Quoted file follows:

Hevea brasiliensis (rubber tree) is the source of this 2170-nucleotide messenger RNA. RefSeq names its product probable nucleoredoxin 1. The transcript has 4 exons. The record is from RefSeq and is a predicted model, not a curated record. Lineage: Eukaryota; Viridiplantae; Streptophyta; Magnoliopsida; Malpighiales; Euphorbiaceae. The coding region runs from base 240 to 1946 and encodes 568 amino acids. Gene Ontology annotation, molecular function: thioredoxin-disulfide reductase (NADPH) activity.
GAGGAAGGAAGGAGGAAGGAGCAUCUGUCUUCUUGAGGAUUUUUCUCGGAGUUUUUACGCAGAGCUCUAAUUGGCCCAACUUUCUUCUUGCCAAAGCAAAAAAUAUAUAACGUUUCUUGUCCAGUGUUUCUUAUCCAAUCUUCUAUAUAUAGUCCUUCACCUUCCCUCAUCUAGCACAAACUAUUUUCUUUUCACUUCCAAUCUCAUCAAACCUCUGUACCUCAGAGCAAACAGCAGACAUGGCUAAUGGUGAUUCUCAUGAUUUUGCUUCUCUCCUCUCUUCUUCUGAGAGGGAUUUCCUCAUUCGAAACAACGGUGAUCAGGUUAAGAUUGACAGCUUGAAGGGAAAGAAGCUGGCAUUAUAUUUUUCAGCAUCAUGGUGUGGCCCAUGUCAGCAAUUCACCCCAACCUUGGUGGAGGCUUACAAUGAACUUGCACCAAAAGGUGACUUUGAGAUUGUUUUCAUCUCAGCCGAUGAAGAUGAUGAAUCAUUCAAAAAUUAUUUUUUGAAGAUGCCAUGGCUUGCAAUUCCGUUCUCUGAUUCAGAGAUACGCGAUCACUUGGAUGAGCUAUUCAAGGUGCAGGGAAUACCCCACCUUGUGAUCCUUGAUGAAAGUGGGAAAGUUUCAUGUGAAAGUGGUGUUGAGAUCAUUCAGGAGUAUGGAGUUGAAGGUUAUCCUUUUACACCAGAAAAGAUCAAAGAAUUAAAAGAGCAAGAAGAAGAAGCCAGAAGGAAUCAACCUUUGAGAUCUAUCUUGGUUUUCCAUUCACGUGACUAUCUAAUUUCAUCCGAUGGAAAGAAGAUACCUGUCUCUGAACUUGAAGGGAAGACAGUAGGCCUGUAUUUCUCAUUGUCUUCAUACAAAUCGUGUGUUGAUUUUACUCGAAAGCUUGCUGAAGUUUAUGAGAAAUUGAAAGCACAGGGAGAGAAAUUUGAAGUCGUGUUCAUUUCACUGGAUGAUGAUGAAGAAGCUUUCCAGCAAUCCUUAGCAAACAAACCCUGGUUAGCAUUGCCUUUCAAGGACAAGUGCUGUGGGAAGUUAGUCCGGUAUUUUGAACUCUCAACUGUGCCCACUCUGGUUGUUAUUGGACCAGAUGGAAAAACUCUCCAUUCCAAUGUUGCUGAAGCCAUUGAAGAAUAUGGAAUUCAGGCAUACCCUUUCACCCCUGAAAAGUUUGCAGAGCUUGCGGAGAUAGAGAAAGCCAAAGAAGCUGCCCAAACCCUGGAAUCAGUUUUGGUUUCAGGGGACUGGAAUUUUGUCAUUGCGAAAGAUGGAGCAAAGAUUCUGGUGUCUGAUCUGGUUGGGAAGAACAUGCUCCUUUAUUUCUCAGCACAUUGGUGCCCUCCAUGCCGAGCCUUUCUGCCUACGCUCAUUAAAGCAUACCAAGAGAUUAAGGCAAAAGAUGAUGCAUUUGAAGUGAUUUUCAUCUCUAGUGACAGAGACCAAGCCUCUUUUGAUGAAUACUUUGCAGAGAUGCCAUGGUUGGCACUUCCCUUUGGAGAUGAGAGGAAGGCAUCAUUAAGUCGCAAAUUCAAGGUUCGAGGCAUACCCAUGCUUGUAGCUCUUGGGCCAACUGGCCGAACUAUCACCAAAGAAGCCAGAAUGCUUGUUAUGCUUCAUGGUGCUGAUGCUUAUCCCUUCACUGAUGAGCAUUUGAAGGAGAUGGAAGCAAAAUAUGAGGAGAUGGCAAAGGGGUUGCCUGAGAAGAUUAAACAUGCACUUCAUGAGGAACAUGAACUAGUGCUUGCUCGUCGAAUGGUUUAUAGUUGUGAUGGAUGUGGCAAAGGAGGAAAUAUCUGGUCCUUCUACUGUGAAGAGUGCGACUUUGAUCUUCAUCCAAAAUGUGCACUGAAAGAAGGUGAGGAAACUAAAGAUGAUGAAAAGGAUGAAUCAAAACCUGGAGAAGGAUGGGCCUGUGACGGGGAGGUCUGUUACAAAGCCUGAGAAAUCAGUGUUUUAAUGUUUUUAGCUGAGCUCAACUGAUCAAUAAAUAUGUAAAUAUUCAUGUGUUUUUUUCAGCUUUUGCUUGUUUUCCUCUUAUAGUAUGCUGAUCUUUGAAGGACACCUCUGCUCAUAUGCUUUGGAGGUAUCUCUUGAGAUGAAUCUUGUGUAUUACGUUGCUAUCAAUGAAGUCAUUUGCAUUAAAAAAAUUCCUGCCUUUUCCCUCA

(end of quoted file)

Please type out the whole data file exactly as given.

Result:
Hevea brasiliensis (rubber tree) is the source of this 2170-nucleotide messenger RNA. RefSeq names its product probable nucleoredoxin 1. The transcript has 4 exons. The record is from RefSeq and is a predicted model, not a curated record. Lineage: Eukaryota; Viridiplantae; Streptophyta; Magnoliopsida; Malpighiales; Euphorbiaceae. The coding region runs from base 240 to 1946 and encodes 568 amino acids. Gene Ontology annotation, molecular function: thioredoxin-disulfide reductase (NADPH) activity.
GAGGAAGGAAGGAGGAAGGAGCAUCUGUCUUCUUGAGGAUUUUUCUCGGAGUUUUUACGCAGAGCUCUAAUUGGCCCAACUUUCUUCUUGCCAAAGCAAAAAAUAUAUAACGUUUCUUGUCCAGUGUUUCUUAUCCAAUCUUCUAUAUAUAGUCCUUCACCUUCCCUCAUCUAGCACAAACUAUUUUCUUUUCACUUCCAAUCUCAUCAAACCUCUGUACCUCAGAGCAAACAGCAGACAUGGCUAAUGGUGAUUCUCAUGAUUUUGCUUCUCUCCUCUCUUCUUCUGAGAGGGAUUUCCUCAUUCGAAACAACGGUGAUCAGGUUAAGAUUGACAGCUUGAAGGGAAAGAAGCUGGCAUUAUAUUUUUCAGCAUCAUGGUGUGGCCCAUGUCAGCAAUUCACCCCAACCUUGGUGGAGGCUUACAAUGAACUUGCACCAAAAGGUGACUUUGAGAUUGUUUUCAUCUCAGCCGAUGAAGAUGAUGAAUCAUUCAAAAAUUAUUUUUUGAAGAUGCCAUGGCUUGCAAUUCCGUUCUCUGAUUCAGAGAUACGCGAUCACUUGGAUGAGCUAUUCAAGGUGCAGGGAAUACCCCACCUUGUGAUCCUUGAUGAAAGUGGGAAAGUUUCAUGUGAAAGUGGUGUUGAGAUCAUUCAGGAGUAUGGAGUUGAAGGUUAUCCUUUUACACCAGAAAAGAUCAAAGAAUUAAAAGAGCAAGAAGAAGAAGCCAGAAGGAAUCAACCUUUGAGAUCUAUCUUGGUUUUCCAUUCACGUGACUAUCUAAUUUCAUCCGAUGGAAAGAAGAUACCUGUCUCUGAACUUGAAGGGAAGACAGUAGGCCUGUAUUUCUCAUUGUCUUCAUACAAAUCGUGUGUUGAUUUUACUCGAAAGCUUGCUGAAGUUUAUGAGAAAUUGAAAGCACAGGGAGAGAAAUUUGAAGUCGUGUUCAUUUCACUGGAUGAUGAUGAAGAAGCUUUCCAGCAAUCCUUAGCAAACAAACCCUGGUUAGCAUUGCCUUUCAAGGACAAGUGCUGUGGGAAGUUAGUCCGGUAUUUUGAACUCUCAACUGUGCCCACUCUGGUUGUUAUUGGACCAGAUGGAAAAACUCUCCAUUCCAAUGUUGCUGAAGCCAUUGAAGAAUAUGGAAUUCAGGCAUACCCUUUCACCCCUGAAAAGUUUGCAGAGCUUGCGGAGAUAGAGAAAGCCAAAGAAGCUGCCCAAACCCUGGAAUCAGUUUUGGUUUCAGGGGACUGGAAUUUUGUCAUUGCGAAAGAUGGAGCAAAGAUUCUGGUGUCUGAUCUGGUUGGGAAGAACAUGCUCCUUUAUUUCUCAGCACAUUGGUGCCCUCCAUGCCGAGCCUUUCUGCCUACGCUCAUUAAAGCAUACCAAGAGAUUAAGGCAAAAGAUGAUGCAUUUGAAGUGAUUUUCAUCUCUAGUGACAGAGACCAAGCCUCUUUUGAUGAAUACUUUGCAGAGAUGCCAUGGUUGGCACUUCCCUUUGGAGAUGAGAGGAAGGCAUCAUUAAGUCGCAAAUUCAAGGUUCGAGGCAUACCCAUGCUUGUAGCUCUUGGGCCAACUGGCCGAACUAUCACCAAAGAAGCCAGAAUGCUUGUUAUGCUUCAUGGUGCUGAUGCUUAUCCCUUCACUGAUGAGCAUUUGAAGGAGAUGGAAGCAAAAUAUGAGGAGAUGGCAAAGGGGUUGCCUGAGAAGAUUAAACAUGCACUUCAUGAGGAACAUGAACUAGUGCUUGCUCGUCGAAUGGUUUAUAGUUGUGAUGGAUGUGGCAAAGGAGGAAAUAUCUGGUCCUUCUACUGUGAAGAGUGCGACUUUGAUCUUCAUCCAAAAUGUGCACUGAAAGAAGGUGAGGAAACUAAAGAUGAUGAAAAGGAUGAAUCAAAACCUGGAGAAGGAUGGGCCUGUGACGGGGAGGUCUGUUACAAAGCCUGAGAAAUCAGUGUUUUAAUGUUUUUAGCUGAGCUCAACUGAUCAAUAAAUAUGUAAAUAUUCAUGUGUUUUUUUCAGCUUUUGCUUGUUUUCCUCUUAUAGUAUGCUGAUCUUUGAAGGACACCUCUGCUCAUAUGCUUUGGAGGUAUCUCUUGAGAUGAAUCUUGUGUAUUACGUUGCUAUCAAUGAAGUCAUUUGCAUUAAAAAAAUUCCUGCCUUUUCCCUCA